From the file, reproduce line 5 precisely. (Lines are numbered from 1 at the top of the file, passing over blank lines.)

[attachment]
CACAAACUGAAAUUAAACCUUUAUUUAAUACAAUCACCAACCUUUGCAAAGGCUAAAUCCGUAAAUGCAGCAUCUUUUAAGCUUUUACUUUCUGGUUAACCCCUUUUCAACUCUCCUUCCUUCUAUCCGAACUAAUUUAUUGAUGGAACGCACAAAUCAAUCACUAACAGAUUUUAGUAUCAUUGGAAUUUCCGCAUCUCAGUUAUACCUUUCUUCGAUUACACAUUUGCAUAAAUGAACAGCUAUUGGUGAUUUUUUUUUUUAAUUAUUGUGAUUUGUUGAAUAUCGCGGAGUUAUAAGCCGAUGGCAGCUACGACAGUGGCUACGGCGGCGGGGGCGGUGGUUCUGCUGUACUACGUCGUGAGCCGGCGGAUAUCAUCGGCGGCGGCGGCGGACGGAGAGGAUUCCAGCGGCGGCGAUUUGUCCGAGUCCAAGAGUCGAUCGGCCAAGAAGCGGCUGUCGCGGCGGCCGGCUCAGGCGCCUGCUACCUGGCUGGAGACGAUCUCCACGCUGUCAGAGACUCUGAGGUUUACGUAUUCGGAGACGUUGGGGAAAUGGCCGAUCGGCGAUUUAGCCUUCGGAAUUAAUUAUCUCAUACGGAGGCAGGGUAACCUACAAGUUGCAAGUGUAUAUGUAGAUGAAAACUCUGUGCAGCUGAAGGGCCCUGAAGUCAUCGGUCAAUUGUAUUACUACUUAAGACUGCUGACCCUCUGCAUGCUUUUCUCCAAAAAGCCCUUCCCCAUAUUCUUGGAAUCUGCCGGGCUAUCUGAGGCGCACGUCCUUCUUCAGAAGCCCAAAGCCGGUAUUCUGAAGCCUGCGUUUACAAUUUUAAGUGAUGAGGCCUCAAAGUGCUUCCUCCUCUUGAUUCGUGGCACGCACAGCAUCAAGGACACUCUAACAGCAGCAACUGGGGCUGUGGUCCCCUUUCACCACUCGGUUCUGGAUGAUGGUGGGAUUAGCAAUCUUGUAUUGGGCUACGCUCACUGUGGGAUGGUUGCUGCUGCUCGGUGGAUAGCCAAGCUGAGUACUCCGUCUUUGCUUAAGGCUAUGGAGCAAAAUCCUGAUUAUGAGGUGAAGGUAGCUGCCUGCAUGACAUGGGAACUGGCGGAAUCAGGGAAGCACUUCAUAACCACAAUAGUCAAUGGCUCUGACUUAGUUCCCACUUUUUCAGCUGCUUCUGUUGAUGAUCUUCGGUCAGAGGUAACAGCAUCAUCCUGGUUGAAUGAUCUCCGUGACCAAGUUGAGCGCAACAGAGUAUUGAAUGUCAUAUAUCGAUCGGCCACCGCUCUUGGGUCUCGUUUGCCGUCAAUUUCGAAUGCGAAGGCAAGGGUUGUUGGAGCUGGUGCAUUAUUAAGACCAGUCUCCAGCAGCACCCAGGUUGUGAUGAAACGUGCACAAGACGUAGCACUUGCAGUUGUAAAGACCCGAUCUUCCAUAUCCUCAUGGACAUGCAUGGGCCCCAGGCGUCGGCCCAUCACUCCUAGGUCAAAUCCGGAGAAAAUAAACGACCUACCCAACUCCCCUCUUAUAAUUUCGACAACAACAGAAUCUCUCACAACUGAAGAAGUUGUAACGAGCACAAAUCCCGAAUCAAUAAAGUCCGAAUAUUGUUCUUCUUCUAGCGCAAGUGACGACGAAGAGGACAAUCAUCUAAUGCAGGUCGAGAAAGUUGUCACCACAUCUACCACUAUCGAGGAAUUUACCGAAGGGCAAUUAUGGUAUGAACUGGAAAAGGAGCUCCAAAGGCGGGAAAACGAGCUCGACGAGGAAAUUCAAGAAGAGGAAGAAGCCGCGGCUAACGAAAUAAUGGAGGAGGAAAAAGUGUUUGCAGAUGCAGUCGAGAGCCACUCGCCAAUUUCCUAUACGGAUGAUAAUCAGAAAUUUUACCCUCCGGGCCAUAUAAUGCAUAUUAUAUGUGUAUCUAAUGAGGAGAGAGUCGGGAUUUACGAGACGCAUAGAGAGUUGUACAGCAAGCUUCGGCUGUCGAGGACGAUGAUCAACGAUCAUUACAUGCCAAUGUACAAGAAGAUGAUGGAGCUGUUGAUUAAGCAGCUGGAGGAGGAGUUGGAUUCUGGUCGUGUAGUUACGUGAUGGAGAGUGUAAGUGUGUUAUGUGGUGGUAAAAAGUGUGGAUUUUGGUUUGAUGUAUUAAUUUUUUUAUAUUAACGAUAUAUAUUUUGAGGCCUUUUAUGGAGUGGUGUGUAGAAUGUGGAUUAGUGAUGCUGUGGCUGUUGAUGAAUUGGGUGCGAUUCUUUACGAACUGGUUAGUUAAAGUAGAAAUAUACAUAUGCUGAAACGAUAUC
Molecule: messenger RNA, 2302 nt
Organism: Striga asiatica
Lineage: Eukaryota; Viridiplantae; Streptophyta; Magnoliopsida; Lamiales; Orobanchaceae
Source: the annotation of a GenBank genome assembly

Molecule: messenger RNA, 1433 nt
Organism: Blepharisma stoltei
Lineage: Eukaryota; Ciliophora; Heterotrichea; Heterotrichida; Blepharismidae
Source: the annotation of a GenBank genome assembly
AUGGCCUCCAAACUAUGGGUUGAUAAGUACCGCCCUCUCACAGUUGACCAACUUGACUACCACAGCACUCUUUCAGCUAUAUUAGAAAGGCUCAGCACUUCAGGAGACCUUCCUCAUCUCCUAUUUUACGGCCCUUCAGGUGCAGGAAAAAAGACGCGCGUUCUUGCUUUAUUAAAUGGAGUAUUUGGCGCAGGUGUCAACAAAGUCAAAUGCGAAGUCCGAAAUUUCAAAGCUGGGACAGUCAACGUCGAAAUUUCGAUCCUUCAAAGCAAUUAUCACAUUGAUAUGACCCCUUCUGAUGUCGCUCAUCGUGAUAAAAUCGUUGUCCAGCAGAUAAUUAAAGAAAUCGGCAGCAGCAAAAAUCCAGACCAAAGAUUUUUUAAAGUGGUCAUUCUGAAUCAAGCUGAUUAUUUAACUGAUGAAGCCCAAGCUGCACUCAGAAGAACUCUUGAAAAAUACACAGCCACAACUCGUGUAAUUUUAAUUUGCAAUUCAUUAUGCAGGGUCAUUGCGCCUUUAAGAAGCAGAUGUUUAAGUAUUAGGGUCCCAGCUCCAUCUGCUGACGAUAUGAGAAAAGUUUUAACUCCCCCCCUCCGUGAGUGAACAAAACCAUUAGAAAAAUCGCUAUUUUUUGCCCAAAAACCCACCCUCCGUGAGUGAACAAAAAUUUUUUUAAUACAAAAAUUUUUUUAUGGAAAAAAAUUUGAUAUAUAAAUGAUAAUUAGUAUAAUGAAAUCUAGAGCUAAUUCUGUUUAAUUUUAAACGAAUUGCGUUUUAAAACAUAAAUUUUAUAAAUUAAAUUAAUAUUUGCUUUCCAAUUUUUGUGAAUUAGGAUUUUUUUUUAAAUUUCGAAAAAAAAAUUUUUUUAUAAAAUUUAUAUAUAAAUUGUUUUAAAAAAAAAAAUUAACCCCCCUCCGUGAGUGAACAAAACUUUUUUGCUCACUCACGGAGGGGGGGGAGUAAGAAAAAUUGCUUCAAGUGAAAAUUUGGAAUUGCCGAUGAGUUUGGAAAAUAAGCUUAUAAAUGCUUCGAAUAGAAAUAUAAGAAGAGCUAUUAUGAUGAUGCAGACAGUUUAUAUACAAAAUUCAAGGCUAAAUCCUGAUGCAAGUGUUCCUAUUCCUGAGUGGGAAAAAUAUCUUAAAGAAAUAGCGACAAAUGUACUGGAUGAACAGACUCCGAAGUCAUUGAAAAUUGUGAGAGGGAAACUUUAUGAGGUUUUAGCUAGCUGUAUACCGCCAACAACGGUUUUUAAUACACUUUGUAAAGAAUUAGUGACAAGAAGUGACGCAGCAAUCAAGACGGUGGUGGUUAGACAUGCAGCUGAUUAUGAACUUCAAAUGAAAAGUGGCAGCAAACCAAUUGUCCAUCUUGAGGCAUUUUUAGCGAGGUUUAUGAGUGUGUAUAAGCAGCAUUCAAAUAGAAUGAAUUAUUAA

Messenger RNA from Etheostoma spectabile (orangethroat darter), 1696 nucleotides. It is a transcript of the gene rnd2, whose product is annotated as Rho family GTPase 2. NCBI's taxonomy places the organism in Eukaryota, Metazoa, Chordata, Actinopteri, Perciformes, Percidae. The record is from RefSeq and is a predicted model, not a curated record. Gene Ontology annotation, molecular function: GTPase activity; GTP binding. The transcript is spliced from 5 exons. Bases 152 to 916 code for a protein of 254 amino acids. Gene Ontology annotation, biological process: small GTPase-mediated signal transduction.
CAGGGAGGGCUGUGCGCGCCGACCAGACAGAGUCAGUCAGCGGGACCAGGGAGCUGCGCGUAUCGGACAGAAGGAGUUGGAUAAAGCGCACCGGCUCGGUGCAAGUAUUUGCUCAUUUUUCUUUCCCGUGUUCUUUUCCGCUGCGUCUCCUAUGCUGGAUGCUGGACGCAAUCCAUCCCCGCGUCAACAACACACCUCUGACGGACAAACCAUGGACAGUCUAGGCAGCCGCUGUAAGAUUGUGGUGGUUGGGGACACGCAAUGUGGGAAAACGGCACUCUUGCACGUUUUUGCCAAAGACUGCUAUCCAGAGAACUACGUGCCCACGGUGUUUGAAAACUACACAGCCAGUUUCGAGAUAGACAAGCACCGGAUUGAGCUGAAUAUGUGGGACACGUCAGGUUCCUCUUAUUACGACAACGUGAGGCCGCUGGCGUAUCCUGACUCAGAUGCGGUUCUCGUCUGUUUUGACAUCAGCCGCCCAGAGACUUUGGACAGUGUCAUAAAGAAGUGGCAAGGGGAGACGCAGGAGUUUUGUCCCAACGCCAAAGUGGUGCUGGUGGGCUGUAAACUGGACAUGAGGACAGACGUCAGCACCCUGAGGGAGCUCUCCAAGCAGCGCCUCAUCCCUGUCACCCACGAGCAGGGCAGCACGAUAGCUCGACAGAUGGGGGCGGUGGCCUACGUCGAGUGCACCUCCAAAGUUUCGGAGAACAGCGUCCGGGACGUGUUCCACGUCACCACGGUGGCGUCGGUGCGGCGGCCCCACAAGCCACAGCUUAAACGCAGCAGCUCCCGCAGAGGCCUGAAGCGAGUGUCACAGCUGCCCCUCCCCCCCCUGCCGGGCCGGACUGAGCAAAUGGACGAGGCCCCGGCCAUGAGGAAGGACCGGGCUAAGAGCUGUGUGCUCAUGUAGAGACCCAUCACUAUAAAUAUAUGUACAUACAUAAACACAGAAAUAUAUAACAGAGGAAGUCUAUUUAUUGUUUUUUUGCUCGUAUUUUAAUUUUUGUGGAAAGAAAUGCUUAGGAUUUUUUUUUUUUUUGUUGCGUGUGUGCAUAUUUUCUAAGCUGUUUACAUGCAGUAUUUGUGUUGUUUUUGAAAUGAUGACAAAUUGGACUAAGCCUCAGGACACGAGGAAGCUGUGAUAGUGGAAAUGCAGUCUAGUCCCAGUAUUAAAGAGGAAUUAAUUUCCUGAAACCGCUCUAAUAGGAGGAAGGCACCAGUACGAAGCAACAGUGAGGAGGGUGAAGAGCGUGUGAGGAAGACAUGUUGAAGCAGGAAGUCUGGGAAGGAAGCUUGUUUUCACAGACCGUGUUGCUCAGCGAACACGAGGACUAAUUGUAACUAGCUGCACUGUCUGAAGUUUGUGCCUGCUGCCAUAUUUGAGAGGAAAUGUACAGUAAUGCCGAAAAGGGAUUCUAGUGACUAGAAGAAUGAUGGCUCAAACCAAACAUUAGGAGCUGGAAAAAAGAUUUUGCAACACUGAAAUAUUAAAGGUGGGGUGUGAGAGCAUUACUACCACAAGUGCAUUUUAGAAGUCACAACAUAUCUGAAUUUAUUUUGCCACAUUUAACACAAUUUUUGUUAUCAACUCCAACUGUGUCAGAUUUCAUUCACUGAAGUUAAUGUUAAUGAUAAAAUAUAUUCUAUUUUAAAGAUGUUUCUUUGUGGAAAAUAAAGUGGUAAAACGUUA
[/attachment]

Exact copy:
Source: the annotation of a GenBank genome assembly